He may have Kevin Bacon's hair, but he's NOT Kevin Bacon.
Footloose star Jeremy Kushnier may have taken Ren McCormick, the role Bacon played in the 1984 film version, but from the sideburns on, Ren is his own creation.
Kushnier's McCormick is an out-of-place 90's kid who moves from Chicago to bucolic Bomont [sic] when his father and mother divorce. Instead of being depressed, Ren approaches Bomont with pluck, only to discover that pleasures such as dancing are banned in his new hometown.
Kushnier (despite the "i," pronounced like the Angels In America playwright) describes Ren as a guy who has "basically grown up with a lot of crap thrown at him; he's never going to let that get him down...He's kind of a hopeless optimist. He has a strange sense of humor, and it tends to come out when he's nervous." Ren's sense of humor leads him in and out of conflicts with the town's adults, including his gym teacher (John Hillner), the school principal (John Deyle) and the town's minister, Reverend Shaw Moore (Stephen Lee Anderson). It also leads him into love with the Rev's daughter, Ariel (Jennifer Laura Thompson).
Kushnier enjoys the rapport with co-star Thompson, whose "very understanding" boyfriend doesn't mind their four nightly kisses, he says.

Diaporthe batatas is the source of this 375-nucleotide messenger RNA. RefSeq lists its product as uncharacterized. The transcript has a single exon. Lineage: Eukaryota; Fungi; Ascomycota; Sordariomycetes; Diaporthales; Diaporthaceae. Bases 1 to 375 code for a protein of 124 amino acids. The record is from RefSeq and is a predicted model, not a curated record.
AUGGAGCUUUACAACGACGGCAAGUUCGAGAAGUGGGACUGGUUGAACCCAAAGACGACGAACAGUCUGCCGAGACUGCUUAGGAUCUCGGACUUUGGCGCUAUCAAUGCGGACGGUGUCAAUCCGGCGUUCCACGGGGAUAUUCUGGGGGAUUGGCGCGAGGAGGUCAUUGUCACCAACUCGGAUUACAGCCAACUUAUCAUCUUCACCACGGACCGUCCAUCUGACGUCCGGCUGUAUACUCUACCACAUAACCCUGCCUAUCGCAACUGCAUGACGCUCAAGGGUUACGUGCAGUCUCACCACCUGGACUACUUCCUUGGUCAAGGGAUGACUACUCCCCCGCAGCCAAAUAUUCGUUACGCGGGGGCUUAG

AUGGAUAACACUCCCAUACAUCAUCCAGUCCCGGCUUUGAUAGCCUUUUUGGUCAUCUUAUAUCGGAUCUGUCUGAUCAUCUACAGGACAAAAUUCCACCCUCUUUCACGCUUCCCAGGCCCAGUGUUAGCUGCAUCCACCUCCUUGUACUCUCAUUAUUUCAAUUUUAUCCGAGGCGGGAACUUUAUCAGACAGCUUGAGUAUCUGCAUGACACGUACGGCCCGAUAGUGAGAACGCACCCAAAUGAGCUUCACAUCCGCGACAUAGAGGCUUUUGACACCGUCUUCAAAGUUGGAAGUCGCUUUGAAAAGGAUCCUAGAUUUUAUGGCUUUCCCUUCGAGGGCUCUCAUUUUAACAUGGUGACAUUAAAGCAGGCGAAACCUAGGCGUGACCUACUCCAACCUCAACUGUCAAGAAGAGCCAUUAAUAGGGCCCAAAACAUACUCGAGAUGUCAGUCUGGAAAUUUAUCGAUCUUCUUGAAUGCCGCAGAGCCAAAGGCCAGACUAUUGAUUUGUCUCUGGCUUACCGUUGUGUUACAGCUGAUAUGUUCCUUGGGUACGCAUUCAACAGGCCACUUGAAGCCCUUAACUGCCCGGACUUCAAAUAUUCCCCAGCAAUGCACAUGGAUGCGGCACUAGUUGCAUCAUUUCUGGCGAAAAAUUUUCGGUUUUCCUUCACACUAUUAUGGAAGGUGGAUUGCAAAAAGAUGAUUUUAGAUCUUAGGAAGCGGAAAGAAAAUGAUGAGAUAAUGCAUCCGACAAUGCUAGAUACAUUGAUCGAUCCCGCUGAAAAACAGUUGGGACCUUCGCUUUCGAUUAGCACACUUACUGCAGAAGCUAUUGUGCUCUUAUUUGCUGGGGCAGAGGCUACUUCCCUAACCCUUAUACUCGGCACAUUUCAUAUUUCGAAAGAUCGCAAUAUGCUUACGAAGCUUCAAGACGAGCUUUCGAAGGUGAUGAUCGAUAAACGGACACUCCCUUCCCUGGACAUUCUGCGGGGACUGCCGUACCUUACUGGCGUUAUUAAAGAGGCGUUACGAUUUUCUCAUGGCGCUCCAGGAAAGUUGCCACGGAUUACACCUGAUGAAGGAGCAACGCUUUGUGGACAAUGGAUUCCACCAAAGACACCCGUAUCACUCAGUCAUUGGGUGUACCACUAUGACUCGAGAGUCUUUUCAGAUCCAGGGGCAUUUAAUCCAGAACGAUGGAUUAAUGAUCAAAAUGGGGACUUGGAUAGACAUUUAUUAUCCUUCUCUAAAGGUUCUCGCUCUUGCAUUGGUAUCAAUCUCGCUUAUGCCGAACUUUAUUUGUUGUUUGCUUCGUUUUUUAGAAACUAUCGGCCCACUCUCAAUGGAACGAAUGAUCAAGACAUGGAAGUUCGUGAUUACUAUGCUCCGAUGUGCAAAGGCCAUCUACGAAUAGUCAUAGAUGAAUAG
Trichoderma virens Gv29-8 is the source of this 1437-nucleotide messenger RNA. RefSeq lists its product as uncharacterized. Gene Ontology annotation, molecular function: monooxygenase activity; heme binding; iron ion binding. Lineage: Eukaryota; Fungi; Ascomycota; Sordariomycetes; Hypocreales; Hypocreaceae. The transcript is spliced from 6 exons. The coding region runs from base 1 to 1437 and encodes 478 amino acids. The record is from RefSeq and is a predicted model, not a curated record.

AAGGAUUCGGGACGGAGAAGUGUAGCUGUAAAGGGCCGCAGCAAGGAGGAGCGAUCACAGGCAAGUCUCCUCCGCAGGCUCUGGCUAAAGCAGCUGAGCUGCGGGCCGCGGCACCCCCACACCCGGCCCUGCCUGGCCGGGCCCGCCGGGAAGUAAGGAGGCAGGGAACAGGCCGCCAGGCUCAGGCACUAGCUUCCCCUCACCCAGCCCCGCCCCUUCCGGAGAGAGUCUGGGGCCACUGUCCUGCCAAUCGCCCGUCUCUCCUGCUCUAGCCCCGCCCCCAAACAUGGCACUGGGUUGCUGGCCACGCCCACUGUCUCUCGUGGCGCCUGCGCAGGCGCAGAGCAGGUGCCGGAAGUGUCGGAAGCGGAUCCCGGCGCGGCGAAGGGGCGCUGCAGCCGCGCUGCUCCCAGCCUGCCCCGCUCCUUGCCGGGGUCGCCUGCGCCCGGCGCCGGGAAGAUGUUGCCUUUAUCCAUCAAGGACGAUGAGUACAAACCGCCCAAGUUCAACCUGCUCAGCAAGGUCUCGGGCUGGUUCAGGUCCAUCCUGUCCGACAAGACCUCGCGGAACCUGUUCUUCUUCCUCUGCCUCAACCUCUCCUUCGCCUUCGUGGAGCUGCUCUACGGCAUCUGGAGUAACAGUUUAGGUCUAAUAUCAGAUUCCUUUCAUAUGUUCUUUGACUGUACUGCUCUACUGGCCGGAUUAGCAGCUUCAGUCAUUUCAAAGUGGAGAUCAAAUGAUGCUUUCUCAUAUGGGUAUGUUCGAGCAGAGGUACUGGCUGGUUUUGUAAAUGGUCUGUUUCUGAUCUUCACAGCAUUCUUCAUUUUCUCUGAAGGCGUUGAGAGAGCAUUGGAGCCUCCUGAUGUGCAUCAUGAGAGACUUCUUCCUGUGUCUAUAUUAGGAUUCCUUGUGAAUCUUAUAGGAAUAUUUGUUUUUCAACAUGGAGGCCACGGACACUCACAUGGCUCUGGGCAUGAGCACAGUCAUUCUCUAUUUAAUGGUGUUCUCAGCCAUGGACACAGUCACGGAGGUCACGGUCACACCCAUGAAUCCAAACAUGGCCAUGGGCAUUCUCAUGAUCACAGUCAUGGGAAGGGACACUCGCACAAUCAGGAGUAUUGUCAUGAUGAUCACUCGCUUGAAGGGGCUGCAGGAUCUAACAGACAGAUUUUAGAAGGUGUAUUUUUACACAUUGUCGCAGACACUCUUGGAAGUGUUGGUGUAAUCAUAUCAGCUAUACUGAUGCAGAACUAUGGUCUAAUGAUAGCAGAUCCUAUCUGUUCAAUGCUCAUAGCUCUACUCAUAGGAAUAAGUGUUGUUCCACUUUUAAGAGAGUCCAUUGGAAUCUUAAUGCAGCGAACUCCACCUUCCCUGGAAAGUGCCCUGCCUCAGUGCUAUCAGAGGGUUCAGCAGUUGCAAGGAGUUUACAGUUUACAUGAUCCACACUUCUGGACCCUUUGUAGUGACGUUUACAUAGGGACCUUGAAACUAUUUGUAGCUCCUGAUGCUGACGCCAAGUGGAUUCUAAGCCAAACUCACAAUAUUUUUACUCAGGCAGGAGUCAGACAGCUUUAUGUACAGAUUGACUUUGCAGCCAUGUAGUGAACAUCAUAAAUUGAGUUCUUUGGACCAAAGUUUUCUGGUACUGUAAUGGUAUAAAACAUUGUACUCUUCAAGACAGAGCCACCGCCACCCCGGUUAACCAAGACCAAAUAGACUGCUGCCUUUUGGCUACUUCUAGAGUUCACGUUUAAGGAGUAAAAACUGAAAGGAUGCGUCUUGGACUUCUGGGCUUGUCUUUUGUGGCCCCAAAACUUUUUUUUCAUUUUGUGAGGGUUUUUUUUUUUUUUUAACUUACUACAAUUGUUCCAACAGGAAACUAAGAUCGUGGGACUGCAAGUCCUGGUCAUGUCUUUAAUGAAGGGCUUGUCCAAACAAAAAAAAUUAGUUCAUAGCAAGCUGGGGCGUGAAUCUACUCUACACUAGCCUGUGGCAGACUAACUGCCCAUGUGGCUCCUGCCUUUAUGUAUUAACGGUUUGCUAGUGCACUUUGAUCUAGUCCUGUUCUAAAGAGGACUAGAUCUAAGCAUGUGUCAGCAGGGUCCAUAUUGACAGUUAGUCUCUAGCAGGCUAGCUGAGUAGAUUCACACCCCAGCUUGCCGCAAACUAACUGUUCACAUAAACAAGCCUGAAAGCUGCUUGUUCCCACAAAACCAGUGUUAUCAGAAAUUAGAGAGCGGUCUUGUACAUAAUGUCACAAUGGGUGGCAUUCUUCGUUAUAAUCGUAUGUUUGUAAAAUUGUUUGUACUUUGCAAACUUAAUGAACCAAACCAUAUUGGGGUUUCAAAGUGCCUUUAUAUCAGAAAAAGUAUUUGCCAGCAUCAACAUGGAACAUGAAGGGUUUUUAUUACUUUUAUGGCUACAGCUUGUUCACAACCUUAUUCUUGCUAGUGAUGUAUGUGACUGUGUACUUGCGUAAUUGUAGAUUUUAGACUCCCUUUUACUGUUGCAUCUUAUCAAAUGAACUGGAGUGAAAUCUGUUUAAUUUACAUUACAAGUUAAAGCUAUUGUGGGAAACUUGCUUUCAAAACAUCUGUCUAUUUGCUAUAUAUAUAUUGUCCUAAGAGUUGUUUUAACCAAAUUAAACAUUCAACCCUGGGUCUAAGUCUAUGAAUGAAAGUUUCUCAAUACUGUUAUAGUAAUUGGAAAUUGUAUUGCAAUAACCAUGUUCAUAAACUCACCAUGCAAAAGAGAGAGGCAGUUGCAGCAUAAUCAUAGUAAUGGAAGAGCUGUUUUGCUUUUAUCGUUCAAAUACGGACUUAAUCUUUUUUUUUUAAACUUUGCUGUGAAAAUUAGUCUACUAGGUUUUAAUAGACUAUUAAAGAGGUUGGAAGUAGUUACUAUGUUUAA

And Thompson relishes her role right back. Among other reasons, she likes the envy of the audience. "All the teenage girls are going to want to be me," she told Kushnier, who laughs at the thought.
Broadway may be new to him (Footloose is his debut), but acting is not. The 22 year old has been performing for the last 10 years, mostly in Canada. He played the second pinball lad in both the Toronto and Canadian tour of The Who's Tommy and served as a swing in the original Canadian company of Rent.
Swinging in Rent kept him surprisingly busy. Kushnier went on "at least once a week" and performed both Mark and Roger several times.
Even though he studied ballet and jazz at the Royal Winnipeg Ballet (a misleading fact, he insists), Kushnier does not consider himself a dancer - just someone who is willing to move.
"I'm not afraid to jump in there with them," he says. The choreography "is extremely physical. A.C., our choreographer, wanted to give it a street edge, like a bunch of kids who like to dance, dancing." Acting may be routine for him, but many of Kushnier's youthful co-stars are making acting as well as Broadway debuts. The effect on the company is palpable. "The first preview was pure adrenaline," Kushnier notes.
Now comfortably snuggled into the Richard Rodgers, a venue he calls "a beautiful little theatre" after the Kennedy Center ("the barn"), Kushnier concentrates on opening the show.
And worrying -- a little -- on opening night. While he doesn't have an opening night ritual, he does get opening night jitters: "I just try to keep myself from going crazy...That's when my nerves kick in," he says.
Most of all, Kushnier wants to enjoy Footloose. He says, "That's why I'm in this business--to have fun."